May 22, 1966
When the referee—George Smith, a 54-year-old cashier in the city collector's office in Edinburgh was appointed last week, Cooper's manager immediately warned him not to be misled by a mere torrent of gore. "I want Smith to mind his own business," said Jim Wicks, 73. "How much Henry bleeds is my business, not Smith's. I'm the one who stopped the last fight, and if there's any stopping to be done this time I'll do it. I nearly stopped the last fight in the third round because Henry's face was streaming with blood. But Henry asked me to let him keep on because he could catch Clay. I did and Henry did."
That was the moment that has built the gate for this fight. Cooper caught Cassius Clay—who was not yet Muhammad Ali—in a corner and hit him with a left hook that dumped the future champion. Clay was hurt more by the indignity of it all than by the punch, but there is now a myth that Clay was on the verge of being knocked out, was saved by the bell and was further helped when Trainer Angelo Dundee stalled for time by pointing out that Clay had a split glove.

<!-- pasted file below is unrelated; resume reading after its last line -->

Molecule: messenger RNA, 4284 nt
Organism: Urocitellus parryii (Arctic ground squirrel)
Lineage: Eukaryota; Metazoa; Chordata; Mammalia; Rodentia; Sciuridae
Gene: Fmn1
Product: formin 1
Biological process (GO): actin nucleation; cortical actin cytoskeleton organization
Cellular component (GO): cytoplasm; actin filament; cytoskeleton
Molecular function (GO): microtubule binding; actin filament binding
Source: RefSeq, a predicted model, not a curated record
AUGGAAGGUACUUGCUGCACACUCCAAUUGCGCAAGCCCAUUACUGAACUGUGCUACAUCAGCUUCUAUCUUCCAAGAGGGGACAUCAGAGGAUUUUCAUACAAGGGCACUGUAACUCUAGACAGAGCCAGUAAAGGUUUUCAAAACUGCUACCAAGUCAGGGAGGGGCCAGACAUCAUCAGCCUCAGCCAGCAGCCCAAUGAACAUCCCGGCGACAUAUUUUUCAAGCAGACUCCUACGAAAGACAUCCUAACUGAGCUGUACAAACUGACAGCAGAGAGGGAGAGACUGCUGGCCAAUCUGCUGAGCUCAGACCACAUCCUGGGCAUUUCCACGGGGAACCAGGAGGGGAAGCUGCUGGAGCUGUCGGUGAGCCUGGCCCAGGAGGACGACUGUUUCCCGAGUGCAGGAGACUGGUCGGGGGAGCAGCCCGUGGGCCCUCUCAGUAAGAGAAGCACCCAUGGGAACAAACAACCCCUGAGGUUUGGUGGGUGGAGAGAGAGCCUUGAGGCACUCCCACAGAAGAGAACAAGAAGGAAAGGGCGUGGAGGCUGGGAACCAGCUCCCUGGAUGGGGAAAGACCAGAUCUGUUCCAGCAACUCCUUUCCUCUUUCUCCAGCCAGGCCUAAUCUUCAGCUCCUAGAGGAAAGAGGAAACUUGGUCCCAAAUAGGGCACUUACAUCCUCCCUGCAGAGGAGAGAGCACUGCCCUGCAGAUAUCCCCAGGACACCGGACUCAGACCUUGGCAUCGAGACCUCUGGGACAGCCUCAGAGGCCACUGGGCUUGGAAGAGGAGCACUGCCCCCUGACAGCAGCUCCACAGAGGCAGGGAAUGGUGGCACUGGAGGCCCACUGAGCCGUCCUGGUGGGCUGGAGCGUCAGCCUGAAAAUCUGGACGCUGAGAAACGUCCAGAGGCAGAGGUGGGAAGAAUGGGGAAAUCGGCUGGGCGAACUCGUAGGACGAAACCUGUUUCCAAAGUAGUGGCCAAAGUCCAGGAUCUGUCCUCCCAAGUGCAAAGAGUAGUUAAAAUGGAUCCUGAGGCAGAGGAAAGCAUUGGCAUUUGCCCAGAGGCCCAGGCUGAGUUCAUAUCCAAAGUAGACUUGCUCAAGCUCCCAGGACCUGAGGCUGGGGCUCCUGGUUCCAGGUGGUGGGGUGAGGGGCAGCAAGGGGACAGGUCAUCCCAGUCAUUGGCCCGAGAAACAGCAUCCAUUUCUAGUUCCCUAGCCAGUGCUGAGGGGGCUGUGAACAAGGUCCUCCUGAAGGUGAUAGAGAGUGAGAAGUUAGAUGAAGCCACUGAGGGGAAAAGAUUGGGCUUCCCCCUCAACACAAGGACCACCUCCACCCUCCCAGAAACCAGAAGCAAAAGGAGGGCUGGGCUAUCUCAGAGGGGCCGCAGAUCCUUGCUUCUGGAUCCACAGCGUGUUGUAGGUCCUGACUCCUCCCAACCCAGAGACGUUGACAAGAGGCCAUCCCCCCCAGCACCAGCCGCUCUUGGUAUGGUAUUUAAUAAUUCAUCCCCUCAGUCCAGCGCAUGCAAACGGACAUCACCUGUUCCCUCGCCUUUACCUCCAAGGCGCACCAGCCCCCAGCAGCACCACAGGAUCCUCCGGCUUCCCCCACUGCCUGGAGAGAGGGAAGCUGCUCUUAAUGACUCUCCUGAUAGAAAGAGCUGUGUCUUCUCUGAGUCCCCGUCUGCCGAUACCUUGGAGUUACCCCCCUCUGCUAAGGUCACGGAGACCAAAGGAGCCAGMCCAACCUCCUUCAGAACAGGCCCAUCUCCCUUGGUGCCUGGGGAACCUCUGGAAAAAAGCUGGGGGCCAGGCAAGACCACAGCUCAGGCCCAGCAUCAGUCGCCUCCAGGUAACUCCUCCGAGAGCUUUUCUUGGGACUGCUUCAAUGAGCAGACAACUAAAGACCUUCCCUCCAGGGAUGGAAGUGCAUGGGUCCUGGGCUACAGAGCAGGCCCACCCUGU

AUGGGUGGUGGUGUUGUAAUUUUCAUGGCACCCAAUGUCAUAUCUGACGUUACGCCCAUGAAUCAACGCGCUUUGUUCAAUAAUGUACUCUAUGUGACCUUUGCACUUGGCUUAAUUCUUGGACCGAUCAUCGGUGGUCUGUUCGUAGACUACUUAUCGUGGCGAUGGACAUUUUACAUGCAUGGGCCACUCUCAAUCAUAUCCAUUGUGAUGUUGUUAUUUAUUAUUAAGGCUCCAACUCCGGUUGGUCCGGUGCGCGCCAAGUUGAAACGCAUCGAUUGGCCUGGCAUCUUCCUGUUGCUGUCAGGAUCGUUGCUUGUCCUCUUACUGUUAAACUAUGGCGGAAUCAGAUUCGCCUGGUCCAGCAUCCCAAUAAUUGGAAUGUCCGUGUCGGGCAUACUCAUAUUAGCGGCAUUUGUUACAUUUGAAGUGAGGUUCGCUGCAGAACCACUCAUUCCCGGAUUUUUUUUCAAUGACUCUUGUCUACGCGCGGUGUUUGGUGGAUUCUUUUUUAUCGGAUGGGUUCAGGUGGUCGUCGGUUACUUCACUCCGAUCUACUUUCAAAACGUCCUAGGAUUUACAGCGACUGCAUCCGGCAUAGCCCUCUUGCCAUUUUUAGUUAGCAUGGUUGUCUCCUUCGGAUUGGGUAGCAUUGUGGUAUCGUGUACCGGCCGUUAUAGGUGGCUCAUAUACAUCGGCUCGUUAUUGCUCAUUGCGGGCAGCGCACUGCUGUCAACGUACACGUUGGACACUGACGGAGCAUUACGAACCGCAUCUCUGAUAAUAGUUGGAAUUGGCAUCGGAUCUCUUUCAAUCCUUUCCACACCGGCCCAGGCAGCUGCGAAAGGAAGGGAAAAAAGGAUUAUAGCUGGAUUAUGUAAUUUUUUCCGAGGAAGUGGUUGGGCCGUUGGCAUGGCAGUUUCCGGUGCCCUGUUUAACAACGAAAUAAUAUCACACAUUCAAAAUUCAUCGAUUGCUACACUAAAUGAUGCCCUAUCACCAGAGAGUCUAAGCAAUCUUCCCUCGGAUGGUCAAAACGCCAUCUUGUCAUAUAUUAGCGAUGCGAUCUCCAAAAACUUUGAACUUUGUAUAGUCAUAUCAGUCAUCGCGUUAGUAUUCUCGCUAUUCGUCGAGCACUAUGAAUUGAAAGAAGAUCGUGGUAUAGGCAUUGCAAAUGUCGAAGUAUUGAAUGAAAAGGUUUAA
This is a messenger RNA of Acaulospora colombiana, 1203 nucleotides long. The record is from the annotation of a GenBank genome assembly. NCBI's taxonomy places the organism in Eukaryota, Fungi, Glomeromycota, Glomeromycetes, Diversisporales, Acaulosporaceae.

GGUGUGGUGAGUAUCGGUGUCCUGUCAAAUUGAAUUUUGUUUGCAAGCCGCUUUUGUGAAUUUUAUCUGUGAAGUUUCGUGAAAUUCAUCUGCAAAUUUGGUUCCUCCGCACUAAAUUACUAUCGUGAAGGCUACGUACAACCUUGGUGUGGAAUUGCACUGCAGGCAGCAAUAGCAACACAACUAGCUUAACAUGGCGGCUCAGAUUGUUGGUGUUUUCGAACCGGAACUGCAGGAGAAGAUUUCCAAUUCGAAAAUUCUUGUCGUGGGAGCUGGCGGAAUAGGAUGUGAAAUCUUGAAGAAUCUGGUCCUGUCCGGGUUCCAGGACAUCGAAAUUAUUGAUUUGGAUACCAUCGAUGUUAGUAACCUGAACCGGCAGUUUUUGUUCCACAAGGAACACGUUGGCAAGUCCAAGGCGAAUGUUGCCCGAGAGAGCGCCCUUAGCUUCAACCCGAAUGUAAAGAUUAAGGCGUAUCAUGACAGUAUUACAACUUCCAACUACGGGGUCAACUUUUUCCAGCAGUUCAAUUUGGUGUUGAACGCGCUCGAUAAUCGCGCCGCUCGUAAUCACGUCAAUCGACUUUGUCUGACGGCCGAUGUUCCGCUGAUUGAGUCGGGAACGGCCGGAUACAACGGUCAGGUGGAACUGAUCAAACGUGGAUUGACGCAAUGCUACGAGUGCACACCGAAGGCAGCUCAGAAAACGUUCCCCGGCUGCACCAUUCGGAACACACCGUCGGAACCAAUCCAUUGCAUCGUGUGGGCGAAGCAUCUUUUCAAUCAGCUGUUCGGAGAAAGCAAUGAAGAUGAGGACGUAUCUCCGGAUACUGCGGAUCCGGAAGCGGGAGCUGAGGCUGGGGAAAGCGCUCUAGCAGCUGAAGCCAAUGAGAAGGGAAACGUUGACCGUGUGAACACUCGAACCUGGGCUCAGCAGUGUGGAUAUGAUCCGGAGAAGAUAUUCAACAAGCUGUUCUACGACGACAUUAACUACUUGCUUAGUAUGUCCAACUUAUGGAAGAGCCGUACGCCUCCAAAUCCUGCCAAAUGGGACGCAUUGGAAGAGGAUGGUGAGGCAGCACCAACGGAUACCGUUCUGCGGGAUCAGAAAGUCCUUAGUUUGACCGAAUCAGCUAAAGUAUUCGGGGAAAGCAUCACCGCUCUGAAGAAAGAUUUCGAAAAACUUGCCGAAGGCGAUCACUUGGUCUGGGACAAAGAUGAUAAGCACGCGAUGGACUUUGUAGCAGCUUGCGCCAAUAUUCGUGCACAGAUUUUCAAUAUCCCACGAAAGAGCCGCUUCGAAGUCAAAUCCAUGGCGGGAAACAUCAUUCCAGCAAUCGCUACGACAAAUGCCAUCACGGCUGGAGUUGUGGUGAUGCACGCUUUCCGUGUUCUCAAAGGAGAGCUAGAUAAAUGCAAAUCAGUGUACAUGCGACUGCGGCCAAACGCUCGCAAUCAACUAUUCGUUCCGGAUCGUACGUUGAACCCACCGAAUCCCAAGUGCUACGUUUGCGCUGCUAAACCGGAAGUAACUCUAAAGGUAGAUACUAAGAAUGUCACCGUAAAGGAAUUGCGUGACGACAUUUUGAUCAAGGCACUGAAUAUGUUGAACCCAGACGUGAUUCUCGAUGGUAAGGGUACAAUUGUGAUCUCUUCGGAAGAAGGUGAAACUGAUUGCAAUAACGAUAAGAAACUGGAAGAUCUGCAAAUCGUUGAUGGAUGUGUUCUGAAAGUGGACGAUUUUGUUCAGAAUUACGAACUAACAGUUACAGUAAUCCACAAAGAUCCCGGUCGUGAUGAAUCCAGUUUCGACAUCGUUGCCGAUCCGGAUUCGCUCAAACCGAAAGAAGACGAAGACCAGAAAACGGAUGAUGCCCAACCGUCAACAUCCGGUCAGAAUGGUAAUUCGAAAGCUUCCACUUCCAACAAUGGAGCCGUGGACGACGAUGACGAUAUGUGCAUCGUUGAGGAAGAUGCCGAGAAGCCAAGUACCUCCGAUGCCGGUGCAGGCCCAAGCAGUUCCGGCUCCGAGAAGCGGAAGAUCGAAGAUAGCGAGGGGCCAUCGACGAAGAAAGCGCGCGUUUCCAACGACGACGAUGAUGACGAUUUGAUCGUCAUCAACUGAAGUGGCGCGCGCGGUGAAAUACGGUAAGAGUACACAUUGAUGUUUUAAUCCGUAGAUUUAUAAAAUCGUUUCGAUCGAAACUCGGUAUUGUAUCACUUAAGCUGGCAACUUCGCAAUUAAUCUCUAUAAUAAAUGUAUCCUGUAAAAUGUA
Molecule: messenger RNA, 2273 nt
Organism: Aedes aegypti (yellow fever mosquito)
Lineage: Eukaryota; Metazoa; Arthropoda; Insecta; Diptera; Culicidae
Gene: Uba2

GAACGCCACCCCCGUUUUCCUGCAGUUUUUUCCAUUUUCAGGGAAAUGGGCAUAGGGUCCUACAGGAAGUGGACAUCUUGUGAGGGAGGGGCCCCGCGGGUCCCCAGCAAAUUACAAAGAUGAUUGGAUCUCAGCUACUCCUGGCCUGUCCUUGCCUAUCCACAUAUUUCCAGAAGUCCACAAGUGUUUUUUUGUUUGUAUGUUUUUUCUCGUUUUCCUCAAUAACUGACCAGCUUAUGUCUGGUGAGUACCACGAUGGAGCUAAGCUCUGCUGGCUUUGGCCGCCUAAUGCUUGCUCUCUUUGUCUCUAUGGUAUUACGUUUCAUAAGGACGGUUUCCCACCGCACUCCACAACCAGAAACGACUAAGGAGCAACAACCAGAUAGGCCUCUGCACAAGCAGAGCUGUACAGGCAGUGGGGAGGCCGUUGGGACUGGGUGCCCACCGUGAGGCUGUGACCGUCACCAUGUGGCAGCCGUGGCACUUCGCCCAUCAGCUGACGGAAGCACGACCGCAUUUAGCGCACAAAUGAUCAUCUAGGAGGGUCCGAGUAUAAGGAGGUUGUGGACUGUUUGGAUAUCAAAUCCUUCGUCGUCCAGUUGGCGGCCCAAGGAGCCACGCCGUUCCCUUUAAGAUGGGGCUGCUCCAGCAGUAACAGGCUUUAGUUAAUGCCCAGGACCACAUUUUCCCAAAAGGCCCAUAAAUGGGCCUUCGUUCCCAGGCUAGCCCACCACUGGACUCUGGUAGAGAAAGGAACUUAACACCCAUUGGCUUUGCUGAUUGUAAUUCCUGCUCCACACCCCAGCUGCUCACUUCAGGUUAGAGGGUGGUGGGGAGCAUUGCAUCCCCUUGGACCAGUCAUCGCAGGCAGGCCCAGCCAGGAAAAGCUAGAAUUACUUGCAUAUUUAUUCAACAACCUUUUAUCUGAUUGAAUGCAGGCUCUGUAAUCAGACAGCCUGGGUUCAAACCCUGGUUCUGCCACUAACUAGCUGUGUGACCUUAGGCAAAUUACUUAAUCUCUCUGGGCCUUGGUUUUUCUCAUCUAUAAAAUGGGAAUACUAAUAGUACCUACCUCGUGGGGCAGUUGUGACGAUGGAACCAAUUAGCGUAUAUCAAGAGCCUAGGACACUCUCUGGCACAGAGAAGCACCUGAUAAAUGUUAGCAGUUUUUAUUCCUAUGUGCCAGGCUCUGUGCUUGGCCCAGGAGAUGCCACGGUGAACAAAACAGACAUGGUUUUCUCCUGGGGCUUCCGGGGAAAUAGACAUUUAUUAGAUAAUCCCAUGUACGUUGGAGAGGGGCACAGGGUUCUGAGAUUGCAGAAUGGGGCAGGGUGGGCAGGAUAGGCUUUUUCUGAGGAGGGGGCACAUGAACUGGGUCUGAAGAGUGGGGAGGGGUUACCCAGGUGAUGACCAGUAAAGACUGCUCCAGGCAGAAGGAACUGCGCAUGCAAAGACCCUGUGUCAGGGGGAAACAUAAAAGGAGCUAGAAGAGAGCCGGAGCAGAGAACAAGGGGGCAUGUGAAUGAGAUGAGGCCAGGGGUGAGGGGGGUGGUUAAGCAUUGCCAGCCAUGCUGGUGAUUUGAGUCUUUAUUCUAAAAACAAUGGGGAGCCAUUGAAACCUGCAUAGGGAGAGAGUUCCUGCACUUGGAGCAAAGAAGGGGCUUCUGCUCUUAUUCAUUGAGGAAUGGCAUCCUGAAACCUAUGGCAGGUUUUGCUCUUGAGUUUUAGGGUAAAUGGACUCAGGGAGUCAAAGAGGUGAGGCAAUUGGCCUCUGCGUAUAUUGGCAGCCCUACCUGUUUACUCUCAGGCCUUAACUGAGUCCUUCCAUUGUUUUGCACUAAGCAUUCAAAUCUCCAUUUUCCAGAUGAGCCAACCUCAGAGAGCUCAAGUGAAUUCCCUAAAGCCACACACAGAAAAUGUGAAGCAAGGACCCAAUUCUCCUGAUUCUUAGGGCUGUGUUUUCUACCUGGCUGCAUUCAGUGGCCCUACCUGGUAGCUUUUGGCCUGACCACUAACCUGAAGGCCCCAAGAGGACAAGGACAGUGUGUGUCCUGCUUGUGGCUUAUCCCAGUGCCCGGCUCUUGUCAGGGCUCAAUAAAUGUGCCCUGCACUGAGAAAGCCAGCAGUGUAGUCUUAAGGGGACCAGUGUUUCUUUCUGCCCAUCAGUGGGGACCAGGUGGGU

Downstairs in the Thomas √† Beckett pub on Old Kent Road, where Cooper trains, is a pair of framed gloves with a sign that identifies them as the ones that knocked down Clay and, in elaboration: "These gloves did not split." The Thomas √† Beckett pub is managed by Tommy Gibbons, a former heavyweight (indigenous, not Shelby, variety). Against one wall is a cage containing a myna bird that says, "What'll you 'ave?" The Fabulous Lino Brothers—music, mime and mirth—perform on the stage, and when Cooper enters to climb the stairs to his tiny gym there is likely to be a rock 'n' roll band warming up while Gibbons hands mugs of dark ale across the bar to men who look as if they work for a living.